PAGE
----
Typically, children's ministry leaders focus most of their attention on kids, parents, volunteers, and staff. Many don't consider their senior pastor on the list of those they lead. Or at least whom they lead well.

But Bill Hybels offers a different perspective. Bill, the senior pastor of Willow Creek Community Church in Illinois and author of Courageous Leadership, often speaks to church leaders on the critical role they play in their local church. In a candid conversation about effective leadership in children's ministry, Bill provides specific examples and practical approaches you can use to work well with your senior pastor. (Promiseland is Willow Creek's children's ministry.)

In the early days of your church, you were not a big proponent of children's ministry. Today you are a very vocal supporter. What caused you, as a senior pastor, to make such a big change?

I admit I was a late-arriver to see the value children's ministry could bring to Willow Creek. It started when, occasionally, a mother or father would share excitement over how much their kids learned in Promiseland. Parents noticed that their kids were changing, and that grabbed my attention. Then I would run into volunteers fired up about working with children. I never really looked at children's ministry as a place where scores or even hundreds of volunteers could find their most meaningful place of service in the church. I always thought most people would find that adult ministry was the place to use their gifts. But a picture was developing of kids' lives changing—and a place where significant numbers of volunteers were using their spiritual gifts.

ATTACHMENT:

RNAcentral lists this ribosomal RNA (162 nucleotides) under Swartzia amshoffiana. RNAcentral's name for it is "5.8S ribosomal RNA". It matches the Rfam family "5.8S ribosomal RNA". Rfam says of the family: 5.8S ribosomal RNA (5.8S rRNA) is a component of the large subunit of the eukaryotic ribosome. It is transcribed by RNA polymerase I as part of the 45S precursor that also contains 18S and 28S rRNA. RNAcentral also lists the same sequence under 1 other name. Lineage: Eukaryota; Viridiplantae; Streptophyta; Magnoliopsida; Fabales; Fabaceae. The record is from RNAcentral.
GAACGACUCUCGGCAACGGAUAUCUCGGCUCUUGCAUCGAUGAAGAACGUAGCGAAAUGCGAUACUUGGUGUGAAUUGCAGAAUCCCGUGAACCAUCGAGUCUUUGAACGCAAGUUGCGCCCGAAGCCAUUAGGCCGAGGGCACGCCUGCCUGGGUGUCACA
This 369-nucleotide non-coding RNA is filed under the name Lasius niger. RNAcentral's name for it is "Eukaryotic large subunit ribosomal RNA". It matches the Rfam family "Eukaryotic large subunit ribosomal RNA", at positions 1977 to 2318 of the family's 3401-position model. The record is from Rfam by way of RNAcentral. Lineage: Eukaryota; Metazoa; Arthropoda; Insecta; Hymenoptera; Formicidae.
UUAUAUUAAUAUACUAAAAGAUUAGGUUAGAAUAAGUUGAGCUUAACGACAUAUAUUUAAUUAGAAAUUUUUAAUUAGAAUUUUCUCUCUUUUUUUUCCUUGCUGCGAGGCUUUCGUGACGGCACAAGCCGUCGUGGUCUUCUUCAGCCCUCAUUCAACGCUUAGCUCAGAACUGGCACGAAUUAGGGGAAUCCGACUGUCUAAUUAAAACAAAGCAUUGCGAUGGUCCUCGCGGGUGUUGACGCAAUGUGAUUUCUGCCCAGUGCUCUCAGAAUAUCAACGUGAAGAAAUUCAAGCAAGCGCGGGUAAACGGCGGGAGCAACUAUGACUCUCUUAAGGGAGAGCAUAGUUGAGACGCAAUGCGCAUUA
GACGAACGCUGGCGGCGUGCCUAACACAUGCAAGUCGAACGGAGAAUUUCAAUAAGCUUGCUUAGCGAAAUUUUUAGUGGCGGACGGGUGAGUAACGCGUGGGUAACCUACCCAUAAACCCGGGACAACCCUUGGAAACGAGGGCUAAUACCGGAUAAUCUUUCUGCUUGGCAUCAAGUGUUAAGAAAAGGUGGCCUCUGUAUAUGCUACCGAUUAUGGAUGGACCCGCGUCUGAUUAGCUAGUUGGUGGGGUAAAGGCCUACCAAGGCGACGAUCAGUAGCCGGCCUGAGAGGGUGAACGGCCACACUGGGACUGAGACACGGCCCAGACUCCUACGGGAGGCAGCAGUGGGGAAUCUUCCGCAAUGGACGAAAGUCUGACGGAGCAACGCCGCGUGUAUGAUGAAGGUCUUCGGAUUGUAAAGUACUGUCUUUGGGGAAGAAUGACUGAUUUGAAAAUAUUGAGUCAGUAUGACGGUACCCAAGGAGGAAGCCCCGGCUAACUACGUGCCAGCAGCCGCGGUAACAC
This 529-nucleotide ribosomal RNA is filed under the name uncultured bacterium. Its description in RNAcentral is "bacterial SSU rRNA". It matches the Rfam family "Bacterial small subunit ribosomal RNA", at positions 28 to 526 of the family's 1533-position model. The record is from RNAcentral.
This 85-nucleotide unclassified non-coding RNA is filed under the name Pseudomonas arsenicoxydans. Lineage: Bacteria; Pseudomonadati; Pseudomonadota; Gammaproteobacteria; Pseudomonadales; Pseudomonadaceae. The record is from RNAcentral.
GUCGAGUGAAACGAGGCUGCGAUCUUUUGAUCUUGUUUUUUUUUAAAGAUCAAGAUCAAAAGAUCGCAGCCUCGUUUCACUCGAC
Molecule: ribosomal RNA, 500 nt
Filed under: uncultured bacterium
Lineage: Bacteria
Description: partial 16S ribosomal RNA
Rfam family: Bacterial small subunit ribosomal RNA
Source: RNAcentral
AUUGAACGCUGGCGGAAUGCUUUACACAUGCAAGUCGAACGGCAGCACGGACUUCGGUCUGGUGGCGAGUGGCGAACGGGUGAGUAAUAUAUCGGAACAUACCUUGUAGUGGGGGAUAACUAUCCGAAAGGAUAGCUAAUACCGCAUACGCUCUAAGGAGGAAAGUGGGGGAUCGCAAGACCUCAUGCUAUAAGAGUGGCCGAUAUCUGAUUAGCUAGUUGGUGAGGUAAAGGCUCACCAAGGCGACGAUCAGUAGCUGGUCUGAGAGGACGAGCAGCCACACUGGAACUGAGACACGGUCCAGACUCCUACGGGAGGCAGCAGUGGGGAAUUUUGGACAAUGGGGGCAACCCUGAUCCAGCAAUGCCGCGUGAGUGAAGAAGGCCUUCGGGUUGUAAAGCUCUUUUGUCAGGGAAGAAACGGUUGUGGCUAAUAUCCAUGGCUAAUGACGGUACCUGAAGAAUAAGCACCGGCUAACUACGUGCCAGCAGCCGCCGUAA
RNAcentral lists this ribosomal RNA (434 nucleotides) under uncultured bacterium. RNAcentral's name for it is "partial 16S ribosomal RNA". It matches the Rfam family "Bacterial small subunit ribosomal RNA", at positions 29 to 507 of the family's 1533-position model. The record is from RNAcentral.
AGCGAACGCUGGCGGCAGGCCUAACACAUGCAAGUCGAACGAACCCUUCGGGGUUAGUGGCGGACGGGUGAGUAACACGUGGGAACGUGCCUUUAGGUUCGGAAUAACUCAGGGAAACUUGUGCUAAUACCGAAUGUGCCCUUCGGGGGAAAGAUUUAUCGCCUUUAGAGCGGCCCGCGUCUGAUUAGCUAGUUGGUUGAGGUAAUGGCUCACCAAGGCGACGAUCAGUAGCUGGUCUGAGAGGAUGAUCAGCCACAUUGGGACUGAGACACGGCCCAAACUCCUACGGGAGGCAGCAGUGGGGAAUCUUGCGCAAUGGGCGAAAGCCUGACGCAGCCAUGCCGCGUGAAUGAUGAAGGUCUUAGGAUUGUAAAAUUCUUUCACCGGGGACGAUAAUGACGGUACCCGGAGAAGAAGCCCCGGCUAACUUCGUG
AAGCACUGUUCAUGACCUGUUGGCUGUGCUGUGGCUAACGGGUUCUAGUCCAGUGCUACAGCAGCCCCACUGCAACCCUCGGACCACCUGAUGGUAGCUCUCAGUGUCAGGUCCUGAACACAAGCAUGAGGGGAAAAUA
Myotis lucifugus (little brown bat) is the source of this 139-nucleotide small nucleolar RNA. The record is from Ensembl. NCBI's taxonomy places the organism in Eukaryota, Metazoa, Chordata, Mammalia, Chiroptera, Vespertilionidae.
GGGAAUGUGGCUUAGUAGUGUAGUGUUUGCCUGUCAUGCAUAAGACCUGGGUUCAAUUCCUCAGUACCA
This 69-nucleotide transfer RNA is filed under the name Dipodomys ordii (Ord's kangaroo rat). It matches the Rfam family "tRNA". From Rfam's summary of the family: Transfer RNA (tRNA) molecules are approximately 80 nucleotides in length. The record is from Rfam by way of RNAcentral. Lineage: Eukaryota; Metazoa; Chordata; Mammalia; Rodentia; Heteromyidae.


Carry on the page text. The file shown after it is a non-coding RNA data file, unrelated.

Then came a real turning point. Promiseland began to align all their horsepower with the overall objectives of the church. Sue Miller (Promiseland's executive director) began to vision cast and challenge non-member volunteers to join the church. Then she transitioned to a small group structure designed to intentionally shepherd all kids and volunteers. And to help our church's efforts to care for the poor, I learned that Promiseland kids, with adult supervision, had begun to serve meals to homeless people at our church—building compassion into their young hearts. When I saw all of the ways that our children's ministry was in stride with the goals and priorities of the entire church, I said, "This is genius." All of a sudden I realized we were all playing on the same team, going in the same direction.

What is important for children's ministry directors to understand about their senior pastor?

I have never seen a day where it is harder to be a senior pastor than this day, and I have never seen senior pastors under higher levels of stress. And that is for good reason. The world is changing, ministry is harder, preaching is harder, team building is harder and fundraising is harder. Capturing the attention of lost people is more difficult and people are more broken. So there is a lot going on in a senior pastor's mind.

And despite appearances, we're not as dumb as we look! Pastors know if life change is happening. So when we don't see some indication from parents or kids to that effect, if there is no sign of passionate volunteers in children's ministry, if we can't find obvious evidence of a ministry's alignment with the rest of the church, we will turn our attention to areas that will show that kind of impact.

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